We Are Here and We Are Scientists! LGBTQ+ Perspectives and Topics in Plant Science
Recorded December 12, 2019
About This Webinar
Academic and industry work environments are becoming increasingly welcoming of out LGBTQ+ scientists at many career levels. Nevertheless, many members of the LGBTQ+ community find themselves lost as they try to navigate issues like coming out professionally, finding an LGBTQ+ community in their workplace, or beginning the process of creating such communities.
During this webinar, our panelists will discuss their diverse experiences being members of the LGBTQ+ community and as professionals in the plant science field.
This webinar was organized by the LGBTQ+ Plant Science Plantae Community Network and is free to all participants thanks to the support of the American Society of Plant Biologists. Click here to join the LGBTQ+ PlantSci community on Plantae and follow @LGBTQPlantSci on Twitter.
When she’s not out hiking the mountains of western Pennsylvania or working on a plant science embroidery project, Rebecca is a research technician at the University of Pittsburgh studying flower petal UV patterns and the ways in which they shape the floral microbiome. She is also an ASPB Plantae Fellow and producer and host of Stories Plantarum, a podcast all about fabulous fictional flora from sci-fi and fantasy and real-life plants that seem out of this world. She dreams of enacting structural and societal change to make science more accessible and inclusive for all and aspires one day to be able to change her Twitter handle from @BigGirlPlants to @DrBigGirlPlants.
Miguel Vega-Sanchez, PhD
Dr. Miguel Vega-Sanchez is a plant molecular geneticist with 17 years of experience in various fields of plant science. He has worked in non-profit agricultural research organizations, academia, the Department of Energy national laboratory system and in the biotech industry. At Bayer, Miguel works across functions to develop regulatory strategies to support product development and phase advancements for yield, disease and genome editing traits for all major crops in Bayer’s plant biotechnology pipeline. He has a PhD degree in plant molecular biology and biotechnology and a MS degree in plant pathology, both from the Ohio State University, and a BS in biological sciences from the Catholic University of Ecuador. He is passionate about using science to develop innovative products that can benefit farmers and make agriculture more sustainable. He is also very involved in promoting and supporting inclusion and diversity programs in the workplace, and he is a champion for developing and retaining talent in the STEM fields, especially for underrepresented minorities and women. Miguel is an active member of ASPB, serving on the member of the Minority Affairs Committee and also supporting the ASPB Conviron Scholars program.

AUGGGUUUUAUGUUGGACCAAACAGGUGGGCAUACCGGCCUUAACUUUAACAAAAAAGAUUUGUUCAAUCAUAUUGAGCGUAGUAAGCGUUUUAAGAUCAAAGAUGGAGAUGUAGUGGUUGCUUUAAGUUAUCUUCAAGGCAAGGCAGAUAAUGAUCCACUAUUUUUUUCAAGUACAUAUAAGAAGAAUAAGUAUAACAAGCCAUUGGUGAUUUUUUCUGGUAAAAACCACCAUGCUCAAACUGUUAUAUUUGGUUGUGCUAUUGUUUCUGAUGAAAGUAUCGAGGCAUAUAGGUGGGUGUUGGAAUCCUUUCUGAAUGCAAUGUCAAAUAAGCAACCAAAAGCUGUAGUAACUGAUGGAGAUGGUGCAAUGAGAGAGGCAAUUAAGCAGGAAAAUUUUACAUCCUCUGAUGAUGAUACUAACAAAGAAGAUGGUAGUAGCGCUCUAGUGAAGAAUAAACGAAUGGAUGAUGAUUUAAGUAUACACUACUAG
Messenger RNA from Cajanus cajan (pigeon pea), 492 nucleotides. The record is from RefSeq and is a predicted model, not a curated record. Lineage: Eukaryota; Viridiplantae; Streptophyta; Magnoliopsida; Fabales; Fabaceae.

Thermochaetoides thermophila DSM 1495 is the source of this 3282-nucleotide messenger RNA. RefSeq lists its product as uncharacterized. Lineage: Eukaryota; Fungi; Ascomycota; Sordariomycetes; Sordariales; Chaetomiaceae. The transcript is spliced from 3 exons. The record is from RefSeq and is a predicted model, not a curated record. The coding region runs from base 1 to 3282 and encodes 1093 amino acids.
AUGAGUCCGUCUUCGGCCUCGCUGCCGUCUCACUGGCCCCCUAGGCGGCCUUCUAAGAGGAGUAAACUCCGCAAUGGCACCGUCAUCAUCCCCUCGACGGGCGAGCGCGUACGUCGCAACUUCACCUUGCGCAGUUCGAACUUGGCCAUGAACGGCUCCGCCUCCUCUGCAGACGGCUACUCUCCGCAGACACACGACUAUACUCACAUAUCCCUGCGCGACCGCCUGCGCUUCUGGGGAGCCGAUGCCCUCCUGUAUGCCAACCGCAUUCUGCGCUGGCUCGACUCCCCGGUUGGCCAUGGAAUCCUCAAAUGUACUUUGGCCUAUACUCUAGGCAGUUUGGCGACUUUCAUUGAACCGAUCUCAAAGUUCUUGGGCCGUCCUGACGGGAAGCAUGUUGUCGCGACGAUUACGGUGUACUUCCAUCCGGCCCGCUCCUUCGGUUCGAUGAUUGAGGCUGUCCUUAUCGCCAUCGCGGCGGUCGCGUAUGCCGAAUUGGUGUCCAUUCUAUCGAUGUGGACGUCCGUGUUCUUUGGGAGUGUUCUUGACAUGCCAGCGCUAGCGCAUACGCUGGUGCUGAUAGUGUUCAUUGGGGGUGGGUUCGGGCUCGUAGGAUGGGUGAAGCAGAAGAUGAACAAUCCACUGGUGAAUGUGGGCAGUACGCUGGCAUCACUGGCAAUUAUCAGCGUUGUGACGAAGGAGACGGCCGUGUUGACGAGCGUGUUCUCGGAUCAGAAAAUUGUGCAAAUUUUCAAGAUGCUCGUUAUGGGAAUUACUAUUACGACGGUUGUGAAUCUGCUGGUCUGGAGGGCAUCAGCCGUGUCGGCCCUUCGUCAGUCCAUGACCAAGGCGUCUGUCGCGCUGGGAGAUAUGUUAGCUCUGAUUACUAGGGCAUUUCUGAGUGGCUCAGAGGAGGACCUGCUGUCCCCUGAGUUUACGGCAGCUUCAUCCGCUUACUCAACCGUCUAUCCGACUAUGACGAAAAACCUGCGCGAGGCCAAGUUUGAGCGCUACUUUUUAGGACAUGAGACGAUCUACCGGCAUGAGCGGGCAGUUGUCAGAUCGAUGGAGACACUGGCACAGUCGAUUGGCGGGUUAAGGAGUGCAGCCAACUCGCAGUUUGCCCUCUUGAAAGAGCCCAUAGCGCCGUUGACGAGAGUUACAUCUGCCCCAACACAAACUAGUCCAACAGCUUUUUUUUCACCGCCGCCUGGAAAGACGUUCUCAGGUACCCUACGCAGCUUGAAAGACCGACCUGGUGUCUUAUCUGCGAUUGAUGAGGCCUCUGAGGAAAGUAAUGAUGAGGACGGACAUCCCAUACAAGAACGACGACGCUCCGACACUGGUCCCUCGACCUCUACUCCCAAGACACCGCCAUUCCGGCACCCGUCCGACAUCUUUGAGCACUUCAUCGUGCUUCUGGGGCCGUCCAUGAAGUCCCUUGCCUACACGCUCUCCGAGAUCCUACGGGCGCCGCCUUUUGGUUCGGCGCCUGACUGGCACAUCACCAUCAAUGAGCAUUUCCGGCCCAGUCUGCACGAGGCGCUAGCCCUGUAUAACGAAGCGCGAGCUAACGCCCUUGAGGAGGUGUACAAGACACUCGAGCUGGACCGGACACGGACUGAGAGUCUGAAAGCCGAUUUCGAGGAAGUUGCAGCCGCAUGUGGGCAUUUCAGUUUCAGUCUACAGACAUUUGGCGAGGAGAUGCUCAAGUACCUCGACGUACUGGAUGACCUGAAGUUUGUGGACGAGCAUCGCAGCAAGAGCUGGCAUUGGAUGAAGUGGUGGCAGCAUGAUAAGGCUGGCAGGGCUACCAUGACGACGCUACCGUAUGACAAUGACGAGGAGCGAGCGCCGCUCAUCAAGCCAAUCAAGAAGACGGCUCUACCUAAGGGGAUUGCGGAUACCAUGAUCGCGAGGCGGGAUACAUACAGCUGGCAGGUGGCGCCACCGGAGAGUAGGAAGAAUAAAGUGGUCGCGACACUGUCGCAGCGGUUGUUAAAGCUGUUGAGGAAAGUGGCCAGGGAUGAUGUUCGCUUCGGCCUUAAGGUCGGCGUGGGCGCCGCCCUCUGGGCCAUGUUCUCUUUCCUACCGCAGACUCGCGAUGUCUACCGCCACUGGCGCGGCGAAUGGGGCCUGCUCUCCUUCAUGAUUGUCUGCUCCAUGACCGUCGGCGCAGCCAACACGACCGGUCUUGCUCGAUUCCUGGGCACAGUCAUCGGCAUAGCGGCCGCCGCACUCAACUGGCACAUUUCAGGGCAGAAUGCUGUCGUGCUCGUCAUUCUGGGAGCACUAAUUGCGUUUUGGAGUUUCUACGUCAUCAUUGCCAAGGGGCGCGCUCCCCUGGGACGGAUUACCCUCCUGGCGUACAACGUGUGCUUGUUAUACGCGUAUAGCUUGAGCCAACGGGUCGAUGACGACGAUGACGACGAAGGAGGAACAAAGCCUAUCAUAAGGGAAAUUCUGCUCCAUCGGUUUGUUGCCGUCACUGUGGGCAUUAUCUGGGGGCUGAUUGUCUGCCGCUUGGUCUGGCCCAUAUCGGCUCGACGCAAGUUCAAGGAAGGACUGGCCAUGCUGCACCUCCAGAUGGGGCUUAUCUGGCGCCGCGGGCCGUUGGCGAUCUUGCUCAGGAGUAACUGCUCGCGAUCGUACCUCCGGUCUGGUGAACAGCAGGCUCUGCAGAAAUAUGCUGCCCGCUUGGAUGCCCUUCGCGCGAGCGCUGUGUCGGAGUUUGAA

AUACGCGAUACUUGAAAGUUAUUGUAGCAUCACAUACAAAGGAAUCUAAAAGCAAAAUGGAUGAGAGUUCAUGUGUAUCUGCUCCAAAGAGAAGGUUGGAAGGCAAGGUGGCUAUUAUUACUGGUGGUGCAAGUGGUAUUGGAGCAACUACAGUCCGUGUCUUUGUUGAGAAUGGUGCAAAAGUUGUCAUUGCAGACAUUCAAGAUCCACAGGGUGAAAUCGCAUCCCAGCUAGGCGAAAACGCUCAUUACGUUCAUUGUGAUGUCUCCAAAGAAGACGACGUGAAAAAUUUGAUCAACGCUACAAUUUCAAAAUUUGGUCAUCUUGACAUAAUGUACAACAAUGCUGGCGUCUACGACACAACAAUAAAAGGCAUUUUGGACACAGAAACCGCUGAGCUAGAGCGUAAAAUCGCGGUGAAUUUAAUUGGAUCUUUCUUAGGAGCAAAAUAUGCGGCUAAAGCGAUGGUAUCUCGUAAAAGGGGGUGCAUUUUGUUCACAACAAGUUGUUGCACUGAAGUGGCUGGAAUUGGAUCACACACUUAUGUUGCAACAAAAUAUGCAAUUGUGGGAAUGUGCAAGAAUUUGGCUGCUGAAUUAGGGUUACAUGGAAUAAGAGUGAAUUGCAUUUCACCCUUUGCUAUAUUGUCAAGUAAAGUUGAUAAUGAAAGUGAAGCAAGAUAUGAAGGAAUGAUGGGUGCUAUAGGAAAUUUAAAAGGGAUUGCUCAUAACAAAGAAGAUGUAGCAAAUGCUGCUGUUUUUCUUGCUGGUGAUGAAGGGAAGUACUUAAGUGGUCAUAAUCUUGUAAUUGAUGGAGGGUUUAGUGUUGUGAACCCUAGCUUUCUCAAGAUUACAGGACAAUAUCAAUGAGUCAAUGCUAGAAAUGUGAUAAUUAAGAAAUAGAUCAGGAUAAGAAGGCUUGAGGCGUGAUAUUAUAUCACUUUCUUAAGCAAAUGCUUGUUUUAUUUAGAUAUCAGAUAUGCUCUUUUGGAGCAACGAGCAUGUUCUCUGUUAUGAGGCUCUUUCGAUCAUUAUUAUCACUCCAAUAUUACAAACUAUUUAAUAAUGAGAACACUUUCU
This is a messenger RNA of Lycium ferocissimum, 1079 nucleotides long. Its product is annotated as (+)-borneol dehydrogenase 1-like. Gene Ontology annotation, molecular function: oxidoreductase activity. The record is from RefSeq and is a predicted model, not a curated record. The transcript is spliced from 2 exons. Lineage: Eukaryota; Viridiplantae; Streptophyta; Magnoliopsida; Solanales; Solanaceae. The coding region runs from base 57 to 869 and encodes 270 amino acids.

JP Dundore-Arias, PhD
Dr. JP Dundore-Arias is a plant pathologist with an interdisciplinary background and broad experience investigating the biology, ecology, and management of plant-associated microbes. He received his BSc in agronomy from the University of Costa Rica, and completed M.S. and PhD degrees in plant pathology at Iowa State University and the University of Wisconsin-Madison, respectively. After completing graduate school, he received a postdoctoral fellowship from the National Science Foundation to conduct research related to agricultural microbiomes at the University of Minnesota. Currently, he is an Assistant Professor of Plant Pathology at California State University Monterey Bay (CSUMB). Research in JP’s lab focuses on advancing our functional understanding of agricultural microbiomes, with the goal of developing practical applications for enhancing soil health and promoting biological suppression of plant pathogens. His teaching interests center on the development of accessible and adaptable training opportunities in microbiome research, including Course-based Undergraduate Research Experiences (CUREs) for young scientists from diverse backgrounds and experience. In addition to his professional accomplishments, he is recognized for his personal commitment to promoting diversity and inclusion in STEM fields, and for his contributions to broadening participation of underrepresented minority scientists in plant and microbial sciences.
Sterling is a 5th year PhD candidate in the Biochemistry & Cellular and Molecular Biology department at the University of Tennessee. His research focuses on plant adaptations to flooding stress on the molecular level through RNA and RNA-binding protein regulation. Originally from Michigan, Sterling went to Ohio State to study plant biology for his undergraduate degree and started getting involved in LGBTQ+ STEM organizations. Outside of the lab, Sterling is currently involved in the Tennessee Equality Project, a state-wide LGBTQ+ policy and advocacy organization in Tennessee, that organizes the OUTstanding LGBTQ+ conference at the University of Tennessee. Sterling is also an ASPB Plantae Fellow and co-leads the Plantae LGBTQ+ PlantSci Community Network.
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